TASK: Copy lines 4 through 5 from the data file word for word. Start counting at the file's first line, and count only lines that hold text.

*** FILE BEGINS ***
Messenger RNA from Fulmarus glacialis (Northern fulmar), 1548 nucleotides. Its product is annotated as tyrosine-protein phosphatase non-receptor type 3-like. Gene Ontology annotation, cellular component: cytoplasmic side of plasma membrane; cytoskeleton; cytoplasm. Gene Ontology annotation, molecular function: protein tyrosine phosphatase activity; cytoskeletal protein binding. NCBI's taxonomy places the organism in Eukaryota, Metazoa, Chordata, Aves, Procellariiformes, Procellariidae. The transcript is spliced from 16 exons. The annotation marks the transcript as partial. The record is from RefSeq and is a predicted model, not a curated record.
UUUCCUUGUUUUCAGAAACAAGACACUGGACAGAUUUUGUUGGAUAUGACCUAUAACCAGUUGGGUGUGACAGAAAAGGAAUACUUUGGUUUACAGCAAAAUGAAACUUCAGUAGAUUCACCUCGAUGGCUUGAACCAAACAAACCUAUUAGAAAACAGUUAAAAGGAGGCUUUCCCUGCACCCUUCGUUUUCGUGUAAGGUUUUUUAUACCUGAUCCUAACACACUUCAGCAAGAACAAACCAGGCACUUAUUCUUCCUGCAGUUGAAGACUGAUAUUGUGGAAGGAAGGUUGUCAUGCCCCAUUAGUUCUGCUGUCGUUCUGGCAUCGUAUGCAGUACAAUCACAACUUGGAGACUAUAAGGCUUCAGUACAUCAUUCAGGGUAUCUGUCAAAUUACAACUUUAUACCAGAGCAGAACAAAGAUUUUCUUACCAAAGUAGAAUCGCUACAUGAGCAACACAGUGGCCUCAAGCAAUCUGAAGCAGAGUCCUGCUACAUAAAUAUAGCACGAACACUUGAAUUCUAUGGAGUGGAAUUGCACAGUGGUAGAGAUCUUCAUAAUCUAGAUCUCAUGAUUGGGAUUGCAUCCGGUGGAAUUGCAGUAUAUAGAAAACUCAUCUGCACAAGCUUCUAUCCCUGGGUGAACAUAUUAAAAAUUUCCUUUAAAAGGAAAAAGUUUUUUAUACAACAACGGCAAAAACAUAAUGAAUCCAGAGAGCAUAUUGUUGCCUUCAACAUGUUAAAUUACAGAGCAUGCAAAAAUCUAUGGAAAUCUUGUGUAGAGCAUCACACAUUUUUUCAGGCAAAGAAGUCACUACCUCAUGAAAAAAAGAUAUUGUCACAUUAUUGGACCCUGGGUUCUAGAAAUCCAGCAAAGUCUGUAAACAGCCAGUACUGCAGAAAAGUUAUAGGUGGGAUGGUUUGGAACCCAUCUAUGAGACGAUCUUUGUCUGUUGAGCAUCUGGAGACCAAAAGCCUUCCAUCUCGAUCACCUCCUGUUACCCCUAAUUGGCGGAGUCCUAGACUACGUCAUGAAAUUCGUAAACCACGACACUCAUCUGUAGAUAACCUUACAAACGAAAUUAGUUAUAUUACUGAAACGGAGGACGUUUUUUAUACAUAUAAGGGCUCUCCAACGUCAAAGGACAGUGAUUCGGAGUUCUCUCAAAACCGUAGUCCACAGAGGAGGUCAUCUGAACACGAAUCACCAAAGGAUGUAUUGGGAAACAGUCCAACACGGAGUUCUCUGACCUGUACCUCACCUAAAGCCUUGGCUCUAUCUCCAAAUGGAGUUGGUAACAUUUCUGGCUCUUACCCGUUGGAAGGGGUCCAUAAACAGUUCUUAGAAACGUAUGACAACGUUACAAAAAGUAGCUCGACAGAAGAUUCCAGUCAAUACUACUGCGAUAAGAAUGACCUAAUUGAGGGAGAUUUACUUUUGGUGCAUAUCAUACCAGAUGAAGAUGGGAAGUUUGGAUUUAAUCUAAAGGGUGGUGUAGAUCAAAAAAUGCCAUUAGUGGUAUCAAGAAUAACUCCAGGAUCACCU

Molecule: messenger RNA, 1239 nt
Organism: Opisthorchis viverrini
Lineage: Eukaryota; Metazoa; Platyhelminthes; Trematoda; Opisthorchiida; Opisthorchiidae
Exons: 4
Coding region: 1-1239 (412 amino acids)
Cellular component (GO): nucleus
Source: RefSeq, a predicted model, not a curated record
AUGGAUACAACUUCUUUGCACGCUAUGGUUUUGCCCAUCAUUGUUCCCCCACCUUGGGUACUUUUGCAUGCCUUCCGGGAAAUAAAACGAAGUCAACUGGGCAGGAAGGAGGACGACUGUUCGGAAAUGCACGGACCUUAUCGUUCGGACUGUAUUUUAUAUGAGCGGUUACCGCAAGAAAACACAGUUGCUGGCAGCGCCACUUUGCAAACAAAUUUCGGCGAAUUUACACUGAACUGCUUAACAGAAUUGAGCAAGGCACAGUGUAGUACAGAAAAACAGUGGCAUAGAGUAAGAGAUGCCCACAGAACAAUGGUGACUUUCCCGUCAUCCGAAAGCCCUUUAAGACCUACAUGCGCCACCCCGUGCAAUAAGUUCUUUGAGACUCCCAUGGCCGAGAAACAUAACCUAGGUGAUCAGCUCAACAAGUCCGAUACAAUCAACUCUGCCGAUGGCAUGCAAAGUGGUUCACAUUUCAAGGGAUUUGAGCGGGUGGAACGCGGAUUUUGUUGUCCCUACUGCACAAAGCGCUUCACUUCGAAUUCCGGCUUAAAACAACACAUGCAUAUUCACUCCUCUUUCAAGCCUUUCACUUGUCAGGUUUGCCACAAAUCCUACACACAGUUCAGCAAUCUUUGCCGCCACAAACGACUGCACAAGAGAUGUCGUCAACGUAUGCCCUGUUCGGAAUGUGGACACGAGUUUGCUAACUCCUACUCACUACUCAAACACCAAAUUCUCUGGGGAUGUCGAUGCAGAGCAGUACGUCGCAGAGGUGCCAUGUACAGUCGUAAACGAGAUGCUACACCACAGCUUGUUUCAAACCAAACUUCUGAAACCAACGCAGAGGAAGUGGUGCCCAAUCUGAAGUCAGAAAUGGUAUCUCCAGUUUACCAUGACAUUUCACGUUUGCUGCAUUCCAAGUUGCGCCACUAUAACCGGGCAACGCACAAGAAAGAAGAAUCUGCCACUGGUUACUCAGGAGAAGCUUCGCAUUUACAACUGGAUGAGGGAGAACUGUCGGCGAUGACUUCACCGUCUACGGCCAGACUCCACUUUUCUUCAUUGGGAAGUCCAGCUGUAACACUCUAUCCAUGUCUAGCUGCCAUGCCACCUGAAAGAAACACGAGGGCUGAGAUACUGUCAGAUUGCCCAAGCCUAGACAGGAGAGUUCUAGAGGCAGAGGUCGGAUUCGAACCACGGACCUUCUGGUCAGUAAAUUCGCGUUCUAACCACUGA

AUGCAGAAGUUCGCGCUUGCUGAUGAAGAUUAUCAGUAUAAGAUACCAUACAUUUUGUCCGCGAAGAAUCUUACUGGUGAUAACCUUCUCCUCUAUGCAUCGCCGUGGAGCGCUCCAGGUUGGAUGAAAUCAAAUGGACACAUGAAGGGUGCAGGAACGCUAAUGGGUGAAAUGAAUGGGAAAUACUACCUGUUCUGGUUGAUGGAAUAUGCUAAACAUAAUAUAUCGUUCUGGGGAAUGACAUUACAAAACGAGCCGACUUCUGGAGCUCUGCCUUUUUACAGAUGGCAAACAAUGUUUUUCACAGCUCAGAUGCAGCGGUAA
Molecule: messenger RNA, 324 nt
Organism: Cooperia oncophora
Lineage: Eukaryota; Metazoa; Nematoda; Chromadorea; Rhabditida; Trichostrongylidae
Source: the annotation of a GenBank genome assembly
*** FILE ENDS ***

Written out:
Organism: Opisthorchis viverrini
Lineage: Eukaryota; Metazoa; Platyhelminthes; Trematoda; Opisthorchiida; Opisthorchiidae